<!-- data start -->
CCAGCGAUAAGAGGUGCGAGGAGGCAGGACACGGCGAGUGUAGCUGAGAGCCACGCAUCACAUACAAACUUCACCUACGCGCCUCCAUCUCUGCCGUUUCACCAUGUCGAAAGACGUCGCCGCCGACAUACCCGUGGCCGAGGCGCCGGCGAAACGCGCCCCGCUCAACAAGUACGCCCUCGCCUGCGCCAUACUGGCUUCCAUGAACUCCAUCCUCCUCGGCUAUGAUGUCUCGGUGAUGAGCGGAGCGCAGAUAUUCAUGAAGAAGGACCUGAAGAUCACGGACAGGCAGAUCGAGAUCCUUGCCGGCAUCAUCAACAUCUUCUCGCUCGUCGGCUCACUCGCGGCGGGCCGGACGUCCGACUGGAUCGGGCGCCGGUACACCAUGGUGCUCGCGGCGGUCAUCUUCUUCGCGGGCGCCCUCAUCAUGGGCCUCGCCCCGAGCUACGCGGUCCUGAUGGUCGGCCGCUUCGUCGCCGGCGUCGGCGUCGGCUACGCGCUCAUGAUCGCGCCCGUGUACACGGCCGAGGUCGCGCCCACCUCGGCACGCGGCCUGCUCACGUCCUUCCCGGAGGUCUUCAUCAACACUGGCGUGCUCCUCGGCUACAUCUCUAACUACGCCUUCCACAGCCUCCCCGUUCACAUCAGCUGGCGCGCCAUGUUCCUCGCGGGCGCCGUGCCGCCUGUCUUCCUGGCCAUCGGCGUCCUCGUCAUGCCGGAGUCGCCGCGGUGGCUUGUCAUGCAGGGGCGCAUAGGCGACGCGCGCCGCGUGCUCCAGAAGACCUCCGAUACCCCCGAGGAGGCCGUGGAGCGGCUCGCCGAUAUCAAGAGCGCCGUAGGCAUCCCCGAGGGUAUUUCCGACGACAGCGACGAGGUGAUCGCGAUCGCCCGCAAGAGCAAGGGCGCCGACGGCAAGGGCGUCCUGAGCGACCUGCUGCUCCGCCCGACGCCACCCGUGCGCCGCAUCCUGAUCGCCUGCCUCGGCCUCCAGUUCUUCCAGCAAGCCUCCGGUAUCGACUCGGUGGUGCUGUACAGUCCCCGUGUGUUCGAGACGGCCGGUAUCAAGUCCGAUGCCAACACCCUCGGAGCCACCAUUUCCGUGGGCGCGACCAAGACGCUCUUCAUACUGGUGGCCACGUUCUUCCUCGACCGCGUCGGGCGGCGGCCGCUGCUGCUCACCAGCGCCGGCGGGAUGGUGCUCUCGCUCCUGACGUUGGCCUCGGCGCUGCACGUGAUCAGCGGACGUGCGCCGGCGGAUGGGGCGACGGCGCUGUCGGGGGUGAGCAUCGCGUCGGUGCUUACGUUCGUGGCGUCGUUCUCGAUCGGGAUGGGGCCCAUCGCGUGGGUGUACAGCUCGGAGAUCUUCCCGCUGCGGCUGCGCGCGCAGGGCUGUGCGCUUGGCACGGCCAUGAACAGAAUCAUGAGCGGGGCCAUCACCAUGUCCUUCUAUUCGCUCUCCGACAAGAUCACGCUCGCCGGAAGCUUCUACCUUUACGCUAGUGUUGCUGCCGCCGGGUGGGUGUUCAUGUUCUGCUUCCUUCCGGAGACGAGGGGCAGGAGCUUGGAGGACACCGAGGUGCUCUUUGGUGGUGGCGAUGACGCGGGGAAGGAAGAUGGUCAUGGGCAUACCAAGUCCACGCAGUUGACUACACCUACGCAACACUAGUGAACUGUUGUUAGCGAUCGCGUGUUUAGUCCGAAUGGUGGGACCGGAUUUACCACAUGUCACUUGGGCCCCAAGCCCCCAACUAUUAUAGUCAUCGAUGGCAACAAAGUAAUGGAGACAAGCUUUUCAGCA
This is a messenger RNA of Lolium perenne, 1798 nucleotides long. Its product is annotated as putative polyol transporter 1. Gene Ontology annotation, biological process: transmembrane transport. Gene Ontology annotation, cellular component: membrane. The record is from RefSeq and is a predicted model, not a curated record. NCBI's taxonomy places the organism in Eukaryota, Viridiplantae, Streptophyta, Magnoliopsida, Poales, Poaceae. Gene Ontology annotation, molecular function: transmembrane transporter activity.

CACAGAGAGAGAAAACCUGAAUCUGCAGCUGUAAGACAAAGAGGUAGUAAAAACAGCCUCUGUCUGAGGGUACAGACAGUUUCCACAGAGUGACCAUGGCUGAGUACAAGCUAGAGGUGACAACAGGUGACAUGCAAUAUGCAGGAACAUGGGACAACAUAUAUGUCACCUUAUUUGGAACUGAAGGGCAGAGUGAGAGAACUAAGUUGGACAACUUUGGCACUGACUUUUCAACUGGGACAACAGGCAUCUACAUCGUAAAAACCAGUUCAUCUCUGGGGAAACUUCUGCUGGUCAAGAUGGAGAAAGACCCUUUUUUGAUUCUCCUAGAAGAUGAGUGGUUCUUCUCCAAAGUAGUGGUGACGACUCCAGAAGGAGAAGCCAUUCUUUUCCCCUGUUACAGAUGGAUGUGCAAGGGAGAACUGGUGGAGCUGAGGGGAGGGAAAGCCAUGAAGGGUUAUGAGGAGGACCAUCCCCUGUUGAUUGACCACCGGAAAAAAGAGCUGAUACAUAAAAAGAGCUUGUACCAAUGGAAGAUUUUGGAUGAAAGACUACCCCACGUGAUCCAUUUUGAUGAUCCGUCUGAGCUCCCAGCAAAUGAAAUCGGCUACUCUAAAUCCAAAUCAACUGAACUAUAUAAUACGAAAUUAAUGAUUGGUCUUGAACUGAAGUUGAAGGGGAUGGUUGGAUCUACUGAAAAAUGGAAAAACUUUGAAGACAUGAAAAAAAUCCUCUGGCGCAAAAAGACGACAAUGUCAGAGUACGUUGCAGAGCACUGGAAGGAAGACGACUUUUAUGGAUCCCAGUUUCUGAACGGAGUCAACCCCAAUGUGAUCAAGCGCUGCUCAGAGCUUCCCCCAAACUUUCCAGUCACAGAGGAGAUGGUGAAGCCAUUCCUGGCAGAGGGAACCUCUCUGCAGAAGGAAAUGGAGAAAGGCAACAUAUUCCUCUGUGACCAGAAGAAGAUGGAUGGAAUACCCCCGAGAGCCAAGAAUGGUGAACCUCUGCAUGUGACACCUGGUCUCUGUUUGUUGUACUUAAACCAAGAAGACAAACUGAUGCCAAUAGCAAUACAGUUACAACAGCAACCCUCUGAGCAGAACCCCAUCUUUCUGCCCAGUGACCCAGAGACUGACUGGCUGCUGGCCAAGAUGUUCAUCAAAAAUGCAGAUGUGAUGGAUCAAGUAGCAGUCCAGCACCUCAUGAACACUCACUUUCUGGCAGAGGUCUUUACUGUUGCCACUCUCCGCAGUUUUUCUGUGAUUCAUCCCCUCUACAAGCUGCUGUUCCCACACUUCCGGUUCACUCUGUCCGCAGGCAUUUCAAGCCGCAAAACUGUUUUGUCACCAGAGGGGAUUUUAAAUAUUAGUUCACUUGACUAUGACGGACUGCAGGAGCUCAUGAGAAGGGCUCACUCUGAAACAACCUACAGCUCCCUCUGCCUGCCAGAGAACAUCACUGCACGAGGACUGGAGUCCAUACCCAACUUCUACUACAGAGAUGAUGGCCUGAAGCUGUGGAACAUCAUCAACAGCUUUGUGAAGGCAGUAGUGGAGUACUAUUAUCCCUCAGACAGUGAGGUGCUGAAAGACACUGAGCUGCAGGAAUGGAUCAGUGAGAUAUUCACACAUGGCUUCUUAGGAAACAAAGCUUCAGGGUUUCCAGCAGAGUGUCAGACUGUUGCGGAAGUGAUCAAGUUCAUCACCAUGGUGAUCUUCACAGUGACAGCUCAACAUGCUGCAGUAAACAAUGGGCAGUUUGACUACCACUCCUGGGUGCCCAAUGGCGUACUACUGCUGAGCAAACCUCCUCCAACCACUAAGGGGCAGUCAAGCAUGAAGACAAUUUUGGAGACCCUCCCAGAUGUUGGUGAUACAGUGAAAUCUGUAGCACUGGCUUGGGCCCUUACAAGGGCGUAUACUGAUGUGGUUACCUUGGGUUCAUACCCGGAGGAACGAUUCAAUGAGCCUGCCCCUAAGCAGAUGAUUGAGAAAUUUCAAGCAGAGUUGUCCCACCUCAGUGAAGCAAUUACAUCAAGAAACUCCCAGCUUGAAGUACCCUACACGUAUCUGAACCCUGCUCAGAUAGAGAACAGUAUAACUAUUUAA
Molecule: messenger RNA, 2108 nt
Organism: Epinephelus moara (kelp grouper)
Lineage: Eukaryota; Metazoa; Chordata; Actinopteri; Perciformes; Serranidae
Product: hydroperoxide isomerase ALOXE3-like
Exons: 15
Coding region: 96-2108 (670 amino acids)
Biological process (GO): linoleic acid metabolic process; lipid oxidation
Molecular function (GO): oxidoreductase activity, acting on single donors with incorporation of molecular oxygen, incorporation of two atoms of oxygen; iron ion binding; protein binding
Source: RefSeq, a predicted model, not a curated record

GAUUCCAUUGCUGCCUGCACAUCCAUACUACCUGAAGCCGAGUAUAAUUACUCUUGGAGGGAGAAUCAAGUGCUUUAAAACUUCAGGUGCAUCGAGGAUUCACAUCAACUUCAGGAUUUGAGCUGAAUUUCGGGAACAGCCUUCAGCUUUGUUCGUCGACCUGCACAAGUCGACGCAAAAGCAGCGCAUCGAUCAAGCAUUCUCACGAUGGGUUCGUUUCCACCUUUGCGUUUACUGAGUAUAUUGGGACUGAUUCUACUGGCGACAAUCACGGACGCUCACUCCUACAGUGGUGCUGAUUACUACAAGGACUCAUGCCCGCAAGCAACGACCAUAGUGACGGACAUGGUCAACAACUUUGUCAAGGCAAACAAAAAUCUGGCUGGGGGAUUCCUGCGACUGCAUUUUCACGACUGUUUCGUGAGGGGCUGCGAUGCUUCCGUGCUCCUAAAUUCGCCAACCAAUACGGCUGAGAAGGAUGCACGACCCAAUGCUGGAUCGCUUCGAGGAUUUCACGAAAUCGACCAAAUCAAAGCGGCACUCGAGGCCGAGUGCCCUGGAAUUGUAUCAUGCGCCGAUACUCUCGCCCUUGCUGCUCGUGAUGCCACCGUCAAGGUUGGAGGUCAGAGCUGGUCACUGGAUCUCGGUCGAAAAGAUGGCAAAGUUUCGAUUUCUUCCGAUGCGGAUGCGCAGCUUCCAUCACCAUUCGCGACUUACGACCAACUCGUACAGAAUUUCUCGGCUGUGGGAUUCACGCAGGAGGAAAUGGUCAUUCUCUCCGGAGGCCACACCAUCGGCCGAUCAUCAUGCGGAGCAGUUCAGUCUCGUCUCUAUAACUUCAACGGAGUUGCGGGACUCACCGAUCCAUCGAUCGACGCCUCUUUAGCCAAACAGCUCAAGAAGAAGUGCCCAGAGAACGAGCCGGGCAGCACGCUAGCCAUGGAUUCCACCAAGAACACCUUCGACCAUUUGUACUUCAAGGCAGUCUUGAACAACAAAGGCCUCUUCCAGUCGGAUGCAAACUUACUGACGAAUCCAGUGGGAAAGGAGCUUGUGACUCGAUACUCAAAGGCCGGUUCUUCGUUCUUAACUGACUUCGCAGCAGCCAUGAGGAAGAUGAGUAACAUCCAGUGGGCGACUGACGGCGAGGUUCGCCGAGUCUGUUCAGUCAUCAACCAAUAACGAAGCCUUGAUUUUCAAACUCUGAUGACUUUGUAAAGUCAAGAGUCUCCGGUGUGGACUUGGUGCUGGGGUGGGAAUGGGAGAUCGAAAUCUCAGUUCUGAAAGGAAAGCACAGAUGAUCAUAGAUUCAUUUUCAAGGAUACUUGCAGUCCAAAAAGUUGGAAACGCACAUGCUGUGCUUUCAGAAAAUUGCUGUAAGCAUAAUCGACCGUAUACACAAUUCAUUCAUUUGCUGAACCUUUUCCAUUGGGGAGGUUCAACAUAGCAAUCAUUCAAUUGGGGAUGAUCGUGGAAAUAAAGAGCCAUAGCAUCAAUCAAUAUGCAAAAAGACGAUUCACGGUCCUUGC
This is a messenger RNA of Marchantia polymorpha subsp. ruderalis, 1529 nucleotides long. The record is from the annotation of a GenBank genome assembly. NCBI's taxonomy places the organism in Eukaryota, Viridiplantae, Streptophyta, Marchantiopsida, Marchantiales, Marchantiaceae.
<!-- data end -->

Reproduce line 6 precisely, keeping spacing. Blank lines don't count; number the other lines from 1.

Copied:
Lineage: Eukaryota; Metazoa; Chordata; Actinopteri; Perciformes; Serranidae